There is a huge difference. I was on two narcotic medications, as well as a muscle relaxer that is now only available in the hospital. The “crack down” meant, for me personally, a complete change in lifestyle. Not only were my pain levels off the chart, I had to give up my job in the city and retrain for a local job. I wasn’t able to be as active in the community or able to keep our home up to my OCD standards.

Never once was addiction a concern for me (I was always able to stop taking the medications with no adverse reactions), my medications were not abused or sold or shared with others, and yet I was the one whose life was drastically altered because of people who chose to turn my maintenance medications in to drugs for recreational use. Because of those who abused narcotics, my life was forever altered.”

 —

Jeannette:

“People should have access to all legal options. And priority should be given to funding for finding new and improved treatments too. What works for one may be different for what works for someone else. It may be an opioid or a complementary therapy. There needs to be better coverage for them too. I’ve found the combination of approaches works best for me.”

Laura:

“When you’re in pain, you’ll do anything to make it stop. As a migraine warrior this means options as simple as heat/ice or when the pain becomes unbearable — opioids.

In my treatment plan, opioids are a last resort. They are a solution when the heat, ice, sleep, supplements and other medications have failed in reducing my pain to a point where rest and healing are achievable. Having the option to use an opioid is crucial to chronic pain living but one that must be managed responsibly.

That being said, it’s hurtful to walk into an ER and immediately be told by your doctor, “I will not give you narcotics.” Each and every case of chronic pain needs to be addressed on a personalized basis. There is no one size fits all protocol nor should there be. When I talk a doctor about pain management, I want ALL options to be on the table. This is where the conversation happens. Opioids should be a part of this discussion because they are a legitimate treatment.

Pain is REAL and needs to be addressed as so. Yes, opioids can be a “quick fix”, but sometimes that immediate reduction in pain is what a person needs to let their body and mind find other options for long-term relief.”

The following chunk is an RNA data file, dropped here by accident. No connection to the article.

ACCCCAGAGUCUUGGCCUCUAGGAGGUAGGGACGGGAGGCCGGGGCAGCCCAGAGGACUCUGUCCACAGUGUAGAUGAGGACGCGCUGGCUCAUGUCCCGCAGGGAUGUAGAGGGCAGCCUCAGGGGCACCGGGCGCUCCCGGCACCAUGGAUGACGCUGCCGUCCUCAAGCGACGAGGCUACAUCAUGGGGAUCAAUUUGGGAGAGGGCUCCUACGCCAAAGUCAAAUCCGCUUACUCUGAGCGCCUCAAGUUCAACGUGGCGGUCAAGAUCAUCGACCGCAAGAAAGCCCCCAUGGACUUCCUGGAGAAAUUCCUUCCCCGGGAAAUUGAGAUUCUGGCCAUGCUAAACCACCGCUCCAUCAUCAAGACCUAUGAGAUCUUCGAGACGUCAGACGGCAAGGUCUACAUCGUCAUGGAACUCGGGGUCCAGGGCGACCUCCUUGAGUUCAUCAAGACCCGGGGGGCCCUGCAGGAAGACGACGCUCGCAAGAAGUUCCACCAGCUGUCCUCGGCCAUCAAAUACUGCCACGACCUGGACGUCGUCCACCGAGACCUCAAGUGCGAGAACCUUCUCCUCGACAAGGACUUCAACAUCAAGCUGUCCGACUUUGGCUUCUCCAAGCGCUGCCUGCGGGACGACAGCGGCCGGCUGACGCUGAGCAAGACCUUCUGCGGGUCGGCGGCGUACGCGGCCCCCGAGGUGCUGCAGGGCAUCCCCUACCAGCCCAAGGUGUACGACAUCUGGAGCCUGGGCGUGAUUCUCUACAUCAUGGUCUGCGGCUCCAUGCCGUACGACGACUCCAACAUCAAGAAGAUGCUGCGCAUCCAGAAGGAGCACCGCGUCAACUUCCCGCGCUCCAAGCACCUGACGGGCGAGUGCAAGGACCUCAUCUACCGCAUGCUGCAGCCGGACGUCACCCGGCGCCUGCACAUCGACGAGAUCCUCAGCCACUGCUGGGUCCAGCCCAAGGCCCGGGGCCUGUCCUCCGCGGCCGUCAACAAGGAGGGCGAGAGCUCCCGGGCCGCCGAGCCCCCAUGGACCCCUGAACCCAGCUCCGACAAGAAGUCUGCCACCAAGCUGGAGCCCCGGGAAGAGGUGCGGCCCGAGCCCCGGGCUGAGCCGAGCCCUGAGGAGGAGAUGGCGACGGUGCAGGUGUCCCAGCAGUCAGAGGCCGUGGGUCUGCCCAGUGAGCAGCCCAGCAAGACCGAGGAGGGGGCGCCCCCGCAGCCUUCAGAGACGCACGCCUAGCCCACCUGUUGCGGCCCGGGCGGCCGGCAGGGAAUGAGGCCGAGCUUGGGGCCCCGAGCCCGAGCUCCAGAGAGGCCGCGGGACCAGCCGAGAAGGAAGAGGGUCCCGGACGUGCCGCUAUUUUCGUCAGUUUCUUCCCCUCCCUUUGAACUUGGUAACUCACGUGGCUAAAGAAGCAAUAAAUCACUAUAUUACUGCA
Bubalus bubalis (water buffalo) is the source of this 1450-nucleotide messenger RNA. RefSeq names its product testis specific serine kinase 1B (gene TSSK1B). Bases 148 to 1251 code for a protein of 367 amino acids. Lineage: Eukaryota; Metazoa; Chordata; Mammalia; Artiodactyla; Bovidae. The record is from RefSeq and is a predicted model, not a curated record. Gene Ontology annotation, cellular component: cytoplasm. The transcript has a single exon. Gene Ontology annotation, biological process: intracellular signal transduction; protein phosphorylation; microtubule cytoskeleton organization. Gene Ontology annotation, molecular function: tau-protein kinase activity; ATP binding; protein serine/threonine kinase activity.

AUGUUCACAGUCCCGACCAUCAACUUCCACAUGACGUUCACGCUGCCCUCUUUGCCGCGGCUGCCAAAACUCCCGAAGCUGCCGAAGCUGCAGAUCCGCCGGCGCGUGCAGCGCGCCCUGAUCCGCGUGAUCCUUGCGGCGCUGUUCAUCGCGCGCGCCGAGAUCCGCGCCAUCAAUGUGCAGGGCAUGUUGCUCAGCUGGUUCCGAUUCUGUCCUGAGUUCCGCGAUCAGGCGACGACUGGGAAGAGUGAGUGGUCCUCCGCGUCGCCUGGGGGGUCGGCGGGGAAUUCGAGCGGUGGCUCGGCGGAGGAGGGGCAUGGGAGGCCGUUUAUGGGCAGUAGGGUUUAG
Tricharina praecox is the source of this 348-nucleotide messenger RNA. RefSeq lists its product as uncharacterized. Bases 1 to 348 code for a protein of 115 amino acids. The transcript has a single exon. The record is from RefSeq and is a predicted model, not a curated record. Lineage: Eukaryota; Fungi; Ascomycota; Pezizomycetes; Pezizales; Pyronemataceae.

Jorie:

“As someone with several chronic pain conditions, opioids are essential to my pain management care. The conditions for which I use opioids are chronic migraine, rheumatoid arthritis, Ehlers Danlos Syndrome, and fibromyalgia.

My initial use of opioids was a gradual one, slowly inching into needing them more and more often. While I don’t take my opioids all the time, they do give me a sense of security so that when I do need more pain relief, I can rest assured that my pain will mostly be alleviated.

Since the opioid crisis has skyrocketed, I actually have to hoard my medication. I have to weigh my options: is this level of pain worth the Percocet I am about to take, or can I ride it out with a Tylenol or ibuprofen? I even use muscle relaxers as substitutes often because I am terrified of running out of my pain medication. Because of the opioid epidemic’s impact on my access to treatment, I’d rather be knocked out than given pain relief. That is NOT okay.

This situation should NOT be happening. My experience is just another notch on the totem pole, another patient ignored, told she can’t be helped, and denied treatment. I know I’m not alone. But because of this, I’ve had to learn to deal with my pain, to suck it up.

Taking opioids away from chronic pain patients is truly damaging both physically and mentally. Those of us who require a means of pain management 24/7/365 often rely on opioids as their quality of life. Ripping that quality of life away from us is, simply put, inhumane.”